Monday, July 13, 2015

Raising Student Trust in the Classroom, guest post M. Stampfl

Here's a guest post from Monica Stampfl, a fabulous Modern Language teacher at Presentation High School (where I also work). It's about an important teacher goal: raising student trust (or lowering the affective filter) to ease students classroom anxiety and worry less about making "mistakes." It's a great read with lots of real-life examples. Many thanks to Monica for sharing this post, which she first posted on LinkedIn here.
What do you do to gain students trust and provide a "safe" place to learn? Please share!      
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Like many teachers, I use my summer off to refresh my mind, body and spirit after 10 months of being on a treadmill.  There is no need for me to explain how busy I am during the school year, every teacher is, no matter how long they have been teaching. 
My day starts with a coffee and a browse through social media to catch up with my friends and family from all over the world.  I do not subscribe to a particular newspaper or online material, so I rely on my friends to post articles about world events that they find interesting.  It gives me insight on what is important to them and it nourishes my intellect.
At the beginning of June, I discovered Edutopia.org.  It is a website that gives teachers tips and suggestions on how to be the best educator possible.  Sometimes the articles are based on research, but most of the time, they are good sound advice from experience of being an effective teacher.
Today's article is You're Gonna Hear Me Roar: Overcoming Classroom Stage Fright by Todd Finley.  Every teacher gets stage fright from time to time.  Even after teaching for 22 years, there are days that I still get nervous before class starts.  Many times, external factors are the culprits, but there are ways to overcome a case of stage fright that he mentions in the article.
Finley's  article touches on something else that is so important in the language classroom.
fun and learning image
Probably more important than anything is lowering the affective filter. There are many articles written on the topic and much research conducted, which can be confirmed by personal experience.  Students need to feel like they can trust you and the class before they will risk making mistakes in front of you and their peers.  They must feel comfortable and trust that you are not going to embarrass them or hurt their feelings.  They too get stage fright and the way that you handle it will make all the difference in how they perform in your class.  If you do not make your classroom a "safe" zone for each student, you will lose them forever.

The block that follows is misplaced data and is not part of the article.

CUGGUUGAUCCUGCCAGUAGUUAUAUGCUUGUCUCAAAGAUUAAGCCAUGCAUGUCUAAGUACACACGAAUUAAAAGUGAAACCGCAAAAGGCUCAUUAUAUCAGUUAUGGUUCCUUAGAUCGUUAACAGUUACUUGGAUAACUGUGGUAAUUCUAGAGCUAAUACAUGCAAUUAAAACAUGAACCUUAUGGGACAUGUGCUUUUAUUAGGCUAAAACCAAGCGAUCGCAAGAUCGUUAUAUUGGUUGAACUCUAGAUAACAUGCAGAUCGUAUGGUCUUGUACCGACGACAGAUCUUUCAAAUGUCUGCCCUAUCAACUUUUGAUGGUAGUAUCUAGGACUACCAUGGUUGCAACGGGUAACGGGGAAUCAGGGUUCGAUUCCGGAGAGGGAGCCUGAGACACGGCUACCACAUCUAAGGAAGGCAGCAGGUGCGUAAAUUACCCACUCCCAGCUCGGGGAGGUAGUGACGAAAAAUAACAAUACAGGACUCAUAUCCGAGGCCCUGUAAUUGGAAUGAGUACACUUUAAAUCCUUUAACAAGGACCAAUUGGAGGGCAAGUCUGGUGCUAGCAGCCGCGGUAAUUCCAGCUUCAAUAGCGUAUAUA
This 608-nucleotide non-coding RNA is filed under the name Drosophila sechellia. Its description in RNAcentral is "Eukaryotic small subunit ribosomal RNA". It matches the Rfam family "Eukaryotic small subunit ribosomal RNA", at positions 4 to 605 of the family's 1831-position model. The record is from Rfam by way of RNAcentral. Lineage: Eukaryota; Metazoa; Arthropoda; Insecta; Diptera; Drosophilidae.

There are many ways to make the classroom a safe zone.  This is by no means an exhaustive list.
1.  Establish routine.  Students appreciate having a classroom routine because they become comfortable in the routine.  They know what to expect and know that there are no bad surprises waiting for them.  My classroom routine starts with hello and then I ask them questions based on their level that they can answer.  In French 1, it might just be how are you?  In upper levels, they might share what they did or what they may have read or saw recently. This gives me a sense of where everyone is that day and brings them into the lesson and our community for the day. It also gives me the opportunity to know my students and have the best rapport possible with them.  I know their likes and dislikes and can relate content to them.  
2.  Share the lesson objectives and map with them.  This way they know what they are responsible for during the lesson.  You don't have to list every activity, but they should know what they are expected to know at the end of class.